Each handicap is like a hurdle in a steeplechase, and when you ride up to it, if you throw your heart over, the horse will go along, too. ~~Lawrence Bixby

Sunday, December 20, 2015

How can I keep from singing?

Our choir (Aurora Chorus) sang two concerts last week, titled Grace Before Sleep. We’ve been preparing for this since September with weekly rehearsals, extra section rehearsals, a weekend retreat, endless memorizing and learning foreign language diction (Norwegian, Hebrew, Swahili, Spanish). It is a huge commitment, this choir gig – a commitment of time, energy, love. I know what I’ve signed up for; I know it’s challenging and exhausting; I know it’s a test of my mettle.

That's me, center stage, singing Mata del Anima Sola. 
I've written about the courage I need to muster to participate in these concerts. This one was no different. Singing a solo and accompanying a song on guitar in both shows required me to make my way to the front of the stage and back (with assistance) four times. I feel very conspicuous during this transition time, cane in one hand, gripping a sister singer with the other, trudging slowly and clumsily. So it did not help that I miscalculated and went upstage one song too early! When I realized what I'd done, it didn't make sense to struggle back to my seat and then move up again, so I sat there center stage through one whole song! Awkward!

And in spite of all the difficulty, I sang and played well, the audience seemed to like it, and it felt good to be able to do, once again, the thing I love so dearly. I am supported so completely by the other choir members, not just during my solo, but all term, whether it's negotiating the stairs in our rehearsal room or schlepping my guitar, there is always a hand or two at the ready to help.

It was not an easy day, though. The venue we've been using is wonderful for acoustics and aesthetics, but it sucks for accessibility - especially, like on this day, when one or both of the elevators are out of service and I have no choice but to use the stairs (with help, of course).

I've had to make a hard decision to not sing in this venue any more, after our March concert. It will break my heart to not participate, but it adds too much stress and physical strain to deal with flights of stairs in addition to the demands of stage movements and, well, just getting there! It's also not very good will for our audience members -- had I been attending this concert and been forced to use the stairs, I don't think I would have stayed. I have been in dialog with the chorus coordinators, and they get it and are taking steps to improve the situation. It has taken longer than it should have, however -- this is an issue that has come up over and over in this venue.

And it was a battle I did not want to take on for Grace Before Sleep. 

Photos by Kathryn Kendall.

Wednesday, December 9, 2015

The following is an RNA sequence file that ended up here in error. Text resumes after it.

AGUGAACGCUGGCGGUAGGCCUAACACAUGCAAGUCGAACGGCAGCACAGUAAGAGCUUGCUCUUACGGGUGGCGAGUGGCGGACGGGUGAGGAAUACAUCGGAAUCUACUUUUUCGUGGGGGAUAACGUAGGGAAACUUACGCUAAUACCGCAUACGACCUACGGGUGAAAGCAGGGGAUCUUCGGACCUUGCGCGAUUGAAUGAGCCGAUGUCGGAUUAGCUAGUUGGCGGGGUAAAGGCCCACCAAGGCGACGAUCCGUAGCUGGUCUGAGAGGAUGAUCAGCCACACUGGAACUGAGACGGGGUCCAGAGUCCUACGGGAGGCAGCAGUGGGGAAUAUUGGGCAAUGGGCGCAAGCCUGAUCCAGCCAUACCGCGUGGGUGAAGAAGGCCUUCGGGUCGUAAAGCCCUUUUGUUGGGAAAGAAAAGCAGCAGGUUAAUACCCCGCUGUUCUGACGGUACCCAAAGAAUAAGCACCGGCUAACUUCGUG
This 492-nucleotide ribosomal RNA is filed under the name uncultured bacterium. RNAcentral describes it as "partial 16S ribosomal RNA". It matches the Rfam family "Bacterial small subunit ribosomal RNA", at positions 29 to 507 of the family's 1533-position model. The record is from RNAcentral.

Some etiquette and common sense...

...regarding people with mobility devices:

Sometimes I wish I could engage a protective bubble around my body when I’m in a crowd. It is a vulnerable feeling when one has balance issues and the potential for getting bumped or jostled is high. Here are a few things to keep in mind that will make life easier for people with mobility challenges (pardon the shifting POV):

  •  If you see someone using a cane, give them plenty of space. They are likely to be a bit wobbly, and any sudden bump, or even the potential for one, can be distressing at best and dangerous at worst. 
  • If someone with a cane is standing in line, DON’T cut in front of them to get through. It’s startling and has the potential to set off a domino effect. There is extra space around me in a line for a reason – and the reason is NOT for people to pass in front of me. (This could also be true for a walker user, depending on how stable they are; always err on the side of caution.) 
  •  If someone is in a wheelchair or scooter or walker, pay attention to how you engage with them. It’s easy to feel left out of a conversation and very uncomfortable when I have to strain my body to participate. If I’m standing with my walker, I can’t turn around quickly or easily to talk with someone. If I'm sitting on my scooter, I have to crane my neck to listen or speak if you stand off to the side or behind me. Place your body near or in front of me when conversing; look me in the eye. If you can’t see my face, I can’t see yours and I certainly don’t feel part of the conversation. This is especially true when two or more people are chatting with me. I know it’s not intentional, but it is so challenging to feel connected when I’m so disconnected physically. 
  •  I’m one who doesn’t mind talking about my physical challenges, but not everyone feels that way. Ask if it’s OK to talk about it or to ask questions. I will probably give you way more information than you want!